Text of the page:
Researchers from the University of Oulu and McGill University in Canada have published an extensive, AI-based study on the biopsychosocial risk factors that predict chronic pain, said the University of Oulu in a press release on Tuesday.
Approximately one in five people worldwide suffer from chronic pain. Chronic pain is a key health challenge that impairs working and functional capacity, and often no clear individual cause can be found behind it, said the study.
In contrast, many biological, psychological and social factors are known to predict pain and influence the experience of pain. This is referred to as the biopsychosocial model of chronic pain. However, there is no well-established understanding of the predisposing factors for chronic pain, as extensive research on this topic has never been done before.
Based on the UK Biobank material covering the data of nearly half a million people, the study identified six key predisposing factors for chronic pain among 99 potential risk factors.
A high risk score predicted spreading of chronic pain during the nine-year follow-up period. When pain is present in more than one location of the body, it is called as multisite pain. Correspondingly, a low risk score predicted recovery from chronic pain during the follow-up period.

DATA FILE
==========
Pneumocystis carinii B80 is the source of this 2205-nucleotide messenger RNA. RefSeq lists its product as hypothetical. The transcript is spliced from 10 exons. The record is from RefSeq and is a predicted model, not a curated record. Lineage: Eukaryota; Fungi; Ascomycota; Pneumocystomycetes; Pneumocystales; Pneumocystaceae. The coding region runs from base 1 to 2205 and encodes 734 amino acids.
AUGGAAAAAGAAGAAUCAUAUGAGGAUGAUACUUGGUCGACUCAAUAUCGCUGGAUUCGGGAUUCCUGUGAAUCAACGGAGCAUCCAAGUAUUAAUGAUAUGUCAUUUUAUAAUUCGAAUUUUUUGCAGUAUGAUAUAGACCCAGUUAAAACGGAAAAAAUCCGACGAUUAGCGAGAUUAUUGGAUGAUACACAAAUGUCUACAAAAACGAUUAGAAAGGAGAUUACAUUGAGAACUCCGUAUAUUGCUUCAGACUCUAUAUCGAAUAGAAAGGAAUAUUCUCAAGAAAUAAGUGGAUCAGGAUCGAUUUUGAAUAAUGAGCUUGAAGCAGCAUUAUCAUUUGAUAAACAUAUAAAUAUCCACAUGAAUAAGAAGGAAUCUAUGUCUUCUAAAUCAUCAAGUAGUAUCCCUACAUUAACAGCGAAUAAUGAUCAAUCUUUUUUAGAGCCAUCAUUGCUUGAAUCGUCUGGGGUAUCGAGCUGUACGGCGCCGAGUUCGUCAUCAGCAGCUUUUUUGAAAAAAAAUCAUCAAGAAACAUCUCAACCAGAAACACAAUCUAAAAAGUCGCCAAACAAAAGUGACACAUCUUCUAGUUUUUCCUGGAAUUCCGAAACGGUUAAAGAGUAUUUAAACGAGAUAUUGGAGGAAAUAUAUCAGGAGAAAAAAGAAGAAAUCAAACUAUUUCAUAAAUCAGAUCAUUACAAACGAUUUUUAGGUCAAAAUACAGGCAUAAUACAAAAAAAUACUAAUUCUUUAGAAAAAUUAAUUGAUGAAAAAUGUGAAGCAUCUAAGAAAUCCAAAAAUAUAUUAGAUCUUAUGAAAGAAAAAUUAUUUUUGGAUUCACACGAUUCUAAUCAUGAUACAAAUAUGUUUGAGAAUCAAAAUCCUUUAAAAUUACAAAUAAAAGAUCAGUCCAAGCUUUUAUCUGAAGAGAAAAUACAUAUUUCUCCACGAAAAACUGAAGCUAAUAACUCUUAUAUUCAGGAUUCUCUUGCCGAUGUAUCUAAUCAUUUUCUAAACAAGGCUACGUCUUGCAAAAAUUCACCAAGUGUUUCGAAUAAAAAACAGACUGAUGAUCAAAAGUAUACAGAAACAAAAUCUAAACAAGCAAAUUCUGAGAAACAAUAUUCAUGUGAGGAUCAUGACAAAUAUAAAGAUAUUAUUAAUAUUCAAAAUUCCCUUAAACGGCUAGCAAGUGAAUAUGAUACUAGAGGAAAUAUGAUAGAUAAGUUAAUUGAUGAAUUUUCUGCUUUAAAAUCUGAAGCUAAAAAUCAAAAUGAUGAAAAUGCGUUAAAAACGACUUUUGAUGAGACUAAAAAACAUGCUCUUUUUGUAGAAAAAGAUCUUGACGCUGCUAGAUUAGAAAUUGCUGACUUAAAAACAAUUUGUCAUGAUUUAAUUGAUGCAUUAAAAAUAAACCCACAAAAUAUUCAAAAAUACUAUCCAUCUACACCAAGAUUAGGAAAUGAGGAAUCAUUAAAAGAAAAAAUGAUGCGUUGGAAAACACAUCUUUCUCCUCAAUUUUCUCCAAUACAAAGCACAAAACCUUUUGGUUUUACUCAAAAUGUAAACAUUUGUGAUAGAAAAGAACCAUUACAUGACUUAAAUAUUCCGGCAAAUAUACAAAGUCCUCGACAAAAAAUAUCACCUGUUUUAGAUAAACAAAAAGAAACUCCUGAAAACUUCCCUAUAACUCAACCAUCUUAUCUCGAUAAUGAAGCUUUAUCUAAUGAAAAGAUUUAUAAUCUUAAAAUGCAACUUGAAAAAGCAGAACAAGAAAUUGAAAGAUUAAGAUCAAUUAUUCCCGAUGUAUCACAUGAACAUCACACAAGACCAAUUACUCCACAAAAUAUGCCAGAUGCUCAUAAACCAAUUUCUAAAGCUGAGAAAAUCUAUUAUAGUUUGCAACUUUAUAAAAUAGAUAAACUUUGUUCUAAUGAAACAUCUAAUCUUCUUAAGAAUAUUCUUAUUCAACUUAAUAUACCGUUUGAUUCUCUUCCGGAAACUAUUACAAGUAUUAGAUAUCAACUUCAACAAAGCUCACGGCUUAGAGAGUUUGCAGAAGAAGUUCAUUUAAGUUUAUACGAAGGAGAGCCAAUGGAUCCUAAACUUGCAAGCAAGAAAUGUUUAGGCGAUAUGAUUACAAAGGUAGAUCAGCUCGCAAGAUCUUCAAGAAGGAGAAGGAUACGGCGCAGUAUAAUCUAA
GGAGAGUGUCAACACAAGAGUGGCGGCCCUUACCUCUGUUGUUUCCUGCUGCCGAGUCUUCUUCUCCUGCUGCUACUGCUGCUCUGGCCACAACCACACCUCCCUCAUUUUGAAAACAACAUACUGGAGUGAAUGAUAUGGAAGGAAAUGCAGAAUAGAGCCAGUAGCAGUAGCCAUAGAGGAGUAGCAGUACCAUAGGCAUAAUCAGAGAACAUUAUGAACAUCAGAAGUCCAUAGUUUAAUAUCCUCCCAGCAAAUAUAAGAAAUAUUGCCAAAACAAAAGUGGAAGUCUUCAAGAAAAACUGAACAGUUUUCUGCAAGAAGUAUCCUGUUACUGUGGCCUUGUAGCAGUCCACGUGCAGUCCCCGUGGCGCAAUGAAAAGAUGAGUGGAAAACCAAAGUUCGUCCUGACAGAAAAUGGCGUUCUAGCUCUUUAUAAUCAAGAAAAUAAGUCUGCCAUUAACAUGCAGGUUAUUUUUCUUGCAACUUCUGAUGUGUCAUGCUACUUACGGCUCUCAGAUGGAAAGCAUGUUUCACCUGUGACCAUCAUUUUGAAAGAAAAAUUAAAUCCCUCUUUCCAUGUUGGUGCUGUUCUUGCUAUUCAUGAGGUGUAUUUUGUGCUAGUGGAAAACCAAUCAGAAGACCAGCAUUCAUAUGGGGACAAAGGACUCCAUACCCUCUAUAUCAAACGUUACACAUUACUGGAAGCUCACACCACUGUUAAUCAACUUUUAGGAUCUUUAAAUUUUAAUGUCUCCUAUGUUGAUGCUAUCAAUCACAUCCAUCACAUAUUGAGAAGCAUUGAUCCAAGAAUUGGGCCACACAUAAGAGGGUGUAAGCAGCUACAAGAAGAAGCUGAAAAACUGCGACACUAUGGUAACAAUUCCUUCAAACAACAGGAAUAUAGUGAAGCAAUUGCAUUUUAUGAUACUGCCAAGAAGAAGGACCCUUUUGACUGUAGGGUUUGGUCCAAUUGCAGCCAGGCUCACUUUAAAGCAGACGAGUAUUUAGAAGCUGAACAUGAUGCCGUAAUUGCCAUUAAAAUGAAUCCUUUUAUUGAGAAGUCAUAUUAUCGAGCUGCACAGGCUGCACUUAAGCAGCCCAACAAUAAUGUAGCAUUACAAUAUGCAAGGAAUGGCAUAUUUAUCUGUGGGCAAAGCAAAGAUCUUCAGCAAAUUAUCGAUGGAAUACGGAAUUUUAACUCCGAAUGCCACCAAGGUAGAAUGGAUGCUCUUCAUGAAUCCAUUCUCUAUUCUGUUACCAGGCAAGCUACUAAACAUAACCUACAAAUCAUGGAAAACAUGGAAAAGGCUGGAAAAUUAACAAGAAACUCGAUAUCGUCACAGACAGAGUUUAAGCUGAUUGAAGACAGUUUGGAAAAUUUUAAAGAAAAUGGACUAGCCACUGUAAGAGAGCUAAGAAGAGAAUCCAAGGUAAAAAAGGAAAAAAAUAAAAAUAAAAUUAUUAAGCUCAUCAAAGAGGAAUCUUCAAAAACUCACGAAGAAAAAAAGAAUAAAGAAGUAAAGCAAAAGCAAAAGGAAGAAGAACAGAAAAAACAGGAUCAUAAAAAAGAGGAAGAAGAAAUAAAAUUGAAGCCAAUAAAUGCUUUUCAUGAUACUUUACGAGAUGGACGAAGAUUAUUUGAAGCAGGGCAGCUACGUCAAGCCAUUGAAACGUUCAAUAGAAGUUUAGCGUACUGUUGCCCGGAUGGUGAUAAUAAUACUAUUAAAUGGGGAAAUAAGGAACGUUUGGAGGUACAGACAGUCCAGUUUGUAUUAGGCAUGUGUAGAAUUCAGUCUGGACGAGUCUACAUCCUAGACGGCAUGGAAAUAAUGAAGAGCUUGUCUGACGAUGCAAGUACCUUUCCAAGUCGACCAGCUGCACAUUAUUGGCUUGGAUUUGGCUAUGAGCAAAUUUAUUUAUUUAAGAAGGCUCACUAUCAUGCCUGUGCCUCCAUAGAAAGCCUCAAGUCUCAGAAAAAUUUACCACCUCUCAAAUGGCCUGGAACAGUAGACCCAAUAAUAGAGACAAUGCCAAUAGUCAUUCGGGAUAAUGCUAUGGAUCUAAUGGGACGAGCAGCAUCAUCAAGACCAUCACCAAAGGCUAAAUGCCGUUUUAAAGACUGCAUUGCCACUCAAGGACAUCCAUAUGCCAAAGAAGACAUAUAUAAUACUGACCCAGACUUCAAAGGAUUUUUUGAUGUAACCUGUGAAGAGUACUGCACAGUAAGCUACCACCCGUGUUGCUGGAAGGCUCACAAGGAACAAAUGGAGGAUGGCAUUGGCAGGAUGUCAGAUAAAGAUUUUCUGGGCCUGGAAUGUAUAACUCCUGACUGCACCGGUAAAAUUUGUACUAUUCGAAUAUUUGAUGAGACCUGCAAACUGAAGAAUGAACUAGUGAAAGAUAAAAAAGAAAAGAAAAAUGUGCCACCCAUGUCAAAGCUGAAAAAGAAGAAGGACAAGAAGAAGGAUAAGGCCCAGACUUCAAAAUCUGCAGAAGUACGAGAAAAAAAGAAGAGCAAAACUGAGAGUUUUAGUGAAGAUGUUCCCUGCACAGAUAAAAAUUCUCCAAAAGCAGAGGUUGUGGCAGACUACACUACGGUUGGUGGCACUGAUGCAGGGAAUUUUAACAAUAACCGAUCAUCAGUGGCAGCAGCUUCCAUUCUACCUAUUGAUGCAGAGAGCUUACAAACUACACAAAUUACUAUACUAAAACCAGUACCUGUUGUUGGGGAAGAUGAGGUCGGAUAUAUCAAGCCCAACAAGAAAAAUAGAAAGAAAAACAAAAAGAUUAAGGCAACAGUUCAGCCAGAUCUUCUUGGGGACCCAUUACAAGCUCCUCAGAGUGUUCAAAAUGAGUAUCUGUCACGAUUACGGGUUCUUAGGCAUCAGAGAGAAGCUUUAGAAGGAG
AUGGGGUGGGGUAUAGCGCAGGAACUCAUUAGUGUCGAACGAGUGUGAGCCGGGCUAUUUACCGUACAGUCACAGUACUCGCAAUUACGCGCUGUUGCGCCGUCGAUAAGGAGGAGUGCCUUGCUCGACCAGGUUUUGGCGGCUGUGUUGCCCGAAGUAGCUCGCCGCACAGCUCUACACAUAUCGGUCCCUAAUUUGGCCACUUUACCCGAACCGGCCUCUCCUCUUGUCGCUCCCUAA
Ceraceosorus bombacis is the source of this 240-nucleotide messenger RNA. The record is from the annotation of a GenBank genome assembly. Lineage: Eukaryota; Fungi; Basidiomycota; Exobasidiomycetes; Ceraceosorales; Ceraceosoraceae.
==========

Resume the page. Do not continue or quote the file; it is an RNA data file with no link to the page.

The factors identified were obesity (body mass index over 30 kg/m2), sleeplessness, tiredness, often feeling fed-up, seeing a doctor for mental health problems, and stressful life events such as divorce, unemployment or the death of a spouse.
The results were confirmed using the 1966 Northern Finland birth cohort and the Canadian Prevent-AD data.
Pain is one of the most common reasons to seek health care. Therefore, pain patients form a significant group of patients in primary health care. In particular, multisite pain is more damaging and therapeutically challenging than pain in one anatomical location.
“The recent findings enable the identification of biopsychosocial risk factors for pain in a more systematic manner and may thus contribute to more intensive treatment and the direction of resources especially to high-risk patients. This is especially important when taking into account the limited resources of health care and the challenges related to multisite pain and its treatment,” said Professor Jaro Karppinen and Postdoctoral Researcher Eveliina Heikkala from the University of Oulu, who participated in the research.
The longitudinal analyses involved a total of more than 48,000 subjects, who were followed for nine years. The study was published in the prestigious Nature Medicine journal.